Saturday, October 20, 2001, Chandigarh, India





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US troops in Afghanistan
Taliban deny truce plan, not to hand over Laden

Islamabad, October 19
As the USA deployed special commandos in the Taliban's heartland in Southern Afghanistan, indicating a possible ground assault, the Taliban's envoy to Pakistan Abdul Salam Zaeef denied having said that the militia had prepared any ceasefire plan in a bid to end the crisis engulfing Afghanistan and ruled out handing over terrorist mastermind Osama bin Laden.

Addressing a press conference here soon after his return from Kandahar, Zaeef said a Quetta datelined report quoting him as saying that he carried a ceasefire proposal which he planned to submit to Pakistan was “wrong”.

“The report is wrong and there is no such proposal,” he said, adding that he planned to meet Pakistani officials shortly.

Zaeef said there was no question of surrendering Bin Laden or his Al-Qaeda members.

Meanwhile, Pentagon officials confirmed that a small number of US special forces, used for small scale and covert operations including search and destroy missions, were in southern Afghanistan, President George W. Bush refused to comment on it.

“I will not comment on military operations,” Mr Bush told a joint press conference with Chinese counterpart Jiang Zemin on the sidelines of APEC meeting at Shanghai in China.

“I have made very clear at the outset of this campaign that I will not respond to rumours and information that seeps into public consciousness for fear of disrupting the operations that are taking place” in Afghanistan, he said.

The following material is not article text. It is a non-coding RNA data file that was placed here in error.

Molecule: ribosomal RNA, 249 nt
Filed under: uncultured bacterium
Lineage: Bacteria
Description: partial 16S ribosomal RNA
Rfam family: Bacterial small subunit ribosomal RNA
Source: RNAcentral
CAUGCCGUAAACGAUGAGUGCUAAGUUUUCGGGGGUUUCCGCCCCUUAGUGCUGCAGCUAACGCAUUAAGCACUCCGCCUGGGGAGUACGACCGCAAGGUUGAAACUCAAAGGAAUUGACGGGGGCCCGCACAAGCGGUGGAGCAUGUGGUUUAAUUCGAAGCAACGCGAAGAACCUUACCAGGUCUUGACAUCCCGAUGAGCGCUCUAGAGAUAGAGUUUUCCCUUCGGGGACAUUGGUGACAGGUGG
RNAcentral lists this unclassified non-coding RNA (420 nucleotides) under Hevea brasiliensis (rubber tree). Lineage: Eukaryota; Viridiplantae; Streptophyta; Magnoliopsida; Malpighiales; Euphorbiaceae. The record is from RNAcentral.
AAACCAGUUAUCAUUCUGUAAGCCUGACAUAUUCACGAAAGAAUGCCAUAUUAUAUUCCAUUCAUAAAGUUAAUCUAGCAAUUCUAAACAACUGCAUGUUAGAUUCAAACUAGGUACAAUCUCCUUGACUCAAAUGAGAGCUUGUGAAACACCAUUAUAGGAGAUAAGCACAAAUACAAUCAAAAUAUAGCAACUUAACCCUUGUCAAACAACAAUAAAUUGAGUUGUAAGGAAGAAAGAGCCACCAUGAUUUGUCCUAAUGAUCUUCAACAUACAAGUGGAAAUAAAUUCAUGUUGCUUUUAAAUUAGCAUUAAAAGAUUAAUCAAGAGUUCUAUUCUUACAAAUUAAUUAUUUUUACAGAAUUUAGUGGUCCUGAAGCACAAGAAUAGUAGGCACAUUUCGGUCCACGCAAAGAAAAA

The Pentagon officials in Washington said on condition of anonymity that US troops have been deployed on the ground inside Afghanistan in recent days for duties “consistent with the changing nature of the operation.” They said it could be the first phase of a larger US troop presence in Afghanistan.

Meanwhile, Pakistan said today it was prepared to listen to any new proposals that Taliban might put forward to put an end to the Afghan crisis. “Surely, if he has any proposal, we would be prepared to listen to him,” said Foreign Ministry spokesman Riaz Mohammad Khan. Agencies
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Over 600 LeT ultras aiding Taliban: weekly

New Delhi, October 19
Over 600 Lashker-e-Toiba (LeT) militants have been placed at strategic locations to guard international terrorist mastermind Osama bin Laden, Janes Defence Weekly has reported.

In a despatch on Afghanistan, the weekly said the Taliban helds the heights to the South and East of the ex-Soviet airbase.

Radio intercepts from the command bunker in the old control tower regularly pick up the commands of the foreign cadres operating along the frontline, half a kilometre away, the Janes report said.

“Babajan and other senior commanders have confirmed that over 600 Kashmiri militants, most notably units of LeT, have been placed along the main Taliban strategic stronghold of Mount Sufi which lies 3 km south of the airbase,” the report said.

Janes further said it was believed that these militia were “personally placed there by Bin Laden two weeks before the September 11 attacks.” PTI
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